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Book Review: "Middleworld" (The Jaguar Stones, Book One)

By It's My Life on June 28, 2010 4:40 PM | No TrackBacks

Here in IML-land, we've started reading more and more books for tweens. Some of them are pretty great. Many of them are not. We're always on the lookout for a book that's well-written, tells a story we haven't seen before, and might help readers learn something new about themselves or the world around us. That's a tall order!

But we found one recently, and wanted to share it with you.

middleworld.gifIn "Middleworld," by J&P Voelkel, 14-year-old gaming master Max lives a pampered life in Boston with his parents, Frank and Carla, who are both archaeologists and experts on the Maya civilization. When they cancel a family vacation to rush to a dig in the tiny Central American country of San Xavier, he's had it with them always putting their work before their son.

Then they summon Max to join them, but when he arrives, he finds that Mom and Dad have gone missing. Now Max has a mission of his own, on which he embarks with the help of Lola, a Maya girl. It involves ancient secrets, mysterious strangers to whom he's connected in surprising ways, haunted temples, zombie armies, and bad guys appropriately called the Lords of Death.

The cover of "Middleworld" makes it seem more like a ride at Disneyland than a juicy novel, but once you get into Max's journey it's hard to slow down. The story moves fast and sucks you in, and is told with the help of fun, well-placed illustrations -- which are nice to see in a book like this. There's also a glossary of Maya terms and some other helpful facts about culture, and we liked flipping to those pages so we could better understand some of the people, places, and things introduced in the story.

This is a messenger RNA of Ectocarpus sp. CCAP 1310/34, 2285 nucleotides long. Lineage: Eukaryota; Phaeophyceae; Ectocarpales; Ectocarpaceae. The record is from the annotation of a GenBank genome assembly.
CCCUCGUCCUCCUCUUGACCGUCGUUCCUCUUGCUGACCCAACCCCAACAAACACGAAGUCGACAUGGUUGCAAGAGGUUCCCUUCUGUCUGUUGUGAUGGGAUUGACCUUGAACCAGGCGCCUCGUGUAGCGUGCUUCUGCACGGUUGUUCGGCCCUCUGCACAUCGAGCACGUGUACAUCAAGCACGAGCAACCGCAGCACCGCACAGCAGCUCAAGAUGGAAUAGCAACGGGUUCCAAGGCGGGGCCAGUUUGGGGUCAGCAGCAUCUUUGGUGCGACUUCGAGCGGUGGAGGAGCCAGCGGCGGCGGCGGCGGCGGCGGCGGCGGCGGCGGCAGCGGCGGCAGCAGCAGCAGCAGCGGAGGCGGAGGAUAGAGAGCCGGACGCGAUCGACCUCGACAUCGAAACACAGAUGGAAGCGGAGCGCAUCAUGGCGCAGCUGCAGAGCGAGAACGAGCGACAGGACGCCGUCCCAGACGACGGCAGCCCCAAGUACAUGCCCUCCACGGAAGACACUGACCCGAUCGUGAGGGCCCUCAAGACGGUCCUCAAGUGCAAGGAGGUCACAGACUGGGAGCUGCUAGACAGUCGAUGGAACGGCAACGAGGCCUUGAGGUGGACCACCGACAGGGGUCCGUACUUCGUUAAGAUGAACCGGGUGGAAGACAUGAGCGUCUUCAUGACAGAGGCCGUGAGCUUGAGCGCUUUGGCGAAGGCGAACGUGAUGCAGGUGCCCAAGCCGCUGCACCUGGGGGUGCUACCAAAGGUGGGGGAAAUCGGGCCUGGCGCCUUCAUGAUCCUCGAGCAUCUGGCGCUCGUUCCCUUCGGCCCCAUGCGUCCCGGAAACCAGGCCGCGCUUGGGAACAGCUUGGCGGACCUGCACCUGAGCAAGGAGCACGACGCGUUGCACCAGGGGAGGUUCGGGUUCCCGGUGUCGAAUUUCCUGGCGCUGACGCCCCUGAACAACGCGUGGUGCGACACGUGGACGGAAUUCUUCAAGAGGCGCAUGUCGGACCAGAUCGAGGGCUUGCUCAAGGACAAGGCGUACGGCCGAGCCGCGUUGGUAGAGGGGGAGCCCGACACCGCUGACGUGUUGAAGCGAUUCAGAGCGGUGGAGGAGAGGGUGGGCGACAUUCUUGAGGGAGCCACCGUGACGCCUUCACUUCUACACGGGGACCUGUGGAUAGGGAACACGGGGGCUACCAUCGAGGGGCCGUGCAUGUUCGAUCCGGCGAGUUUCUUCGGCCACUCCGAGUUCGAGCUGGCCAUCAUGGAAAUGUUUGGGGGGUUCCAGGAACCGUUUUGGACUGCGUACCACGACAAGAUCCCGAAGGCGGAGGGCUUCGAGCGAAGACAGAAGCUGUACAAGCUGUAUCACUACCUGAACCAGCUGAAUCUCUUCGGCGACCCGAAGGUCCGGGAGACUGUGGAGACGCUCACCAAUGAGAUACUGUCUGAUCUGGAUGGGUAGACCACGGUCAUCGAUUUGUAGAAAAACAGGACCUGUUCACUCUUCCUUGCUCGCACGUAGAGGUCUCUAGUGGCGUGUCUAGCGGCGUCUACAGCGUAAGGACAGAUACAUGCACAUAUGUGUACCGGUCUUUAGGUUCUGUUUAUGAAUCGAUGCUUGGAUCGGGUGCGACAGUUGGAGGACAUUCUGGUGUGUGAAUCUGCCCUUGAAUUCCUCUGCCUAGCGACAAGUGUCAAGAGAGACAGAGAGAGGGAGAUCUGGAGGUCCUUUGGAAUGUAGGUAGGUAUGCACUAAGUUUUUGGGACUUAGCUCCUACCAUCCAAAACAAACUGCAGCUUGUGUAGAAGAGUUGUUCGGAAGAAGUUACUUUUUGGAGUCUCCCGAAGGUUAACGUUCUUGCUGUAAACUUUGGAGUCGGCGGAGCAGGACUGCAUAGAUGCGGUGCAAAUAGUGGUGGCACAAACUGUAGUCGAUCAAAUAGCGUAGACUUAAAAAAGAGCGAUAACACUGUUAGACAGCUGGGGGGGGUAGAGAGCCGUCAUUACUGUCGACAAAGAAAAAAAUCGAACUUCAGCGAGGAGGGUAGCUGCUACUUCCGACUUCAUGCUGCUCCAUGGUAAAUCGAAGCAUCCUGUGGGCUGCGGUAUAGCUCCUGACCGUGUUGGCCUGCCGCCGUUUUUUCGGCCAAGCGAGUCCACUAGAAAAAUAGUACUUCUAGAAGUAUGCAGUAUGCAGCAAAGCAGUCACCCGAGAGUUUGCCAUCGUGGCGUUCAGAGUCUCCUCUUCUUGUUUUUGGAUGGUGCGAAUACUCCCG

It's hard to find action-adventure books that don't talk down to tween readers, and we felt this one does a great job of avoiding that. The writing is smart and the characters interesting, and even while Max is braving a lot of way-out stuff in the tropical rainforest, it's easy to connect with him. "Middleworld" is the first of a series of books, so if you feel you can stand being hooked on another epic tale, we encourage you to jump in! You won't be disappointed. (And you'll end up an expert on the Maya culture, or at least be able to make great chicken tamales.)

IML's Rating: A




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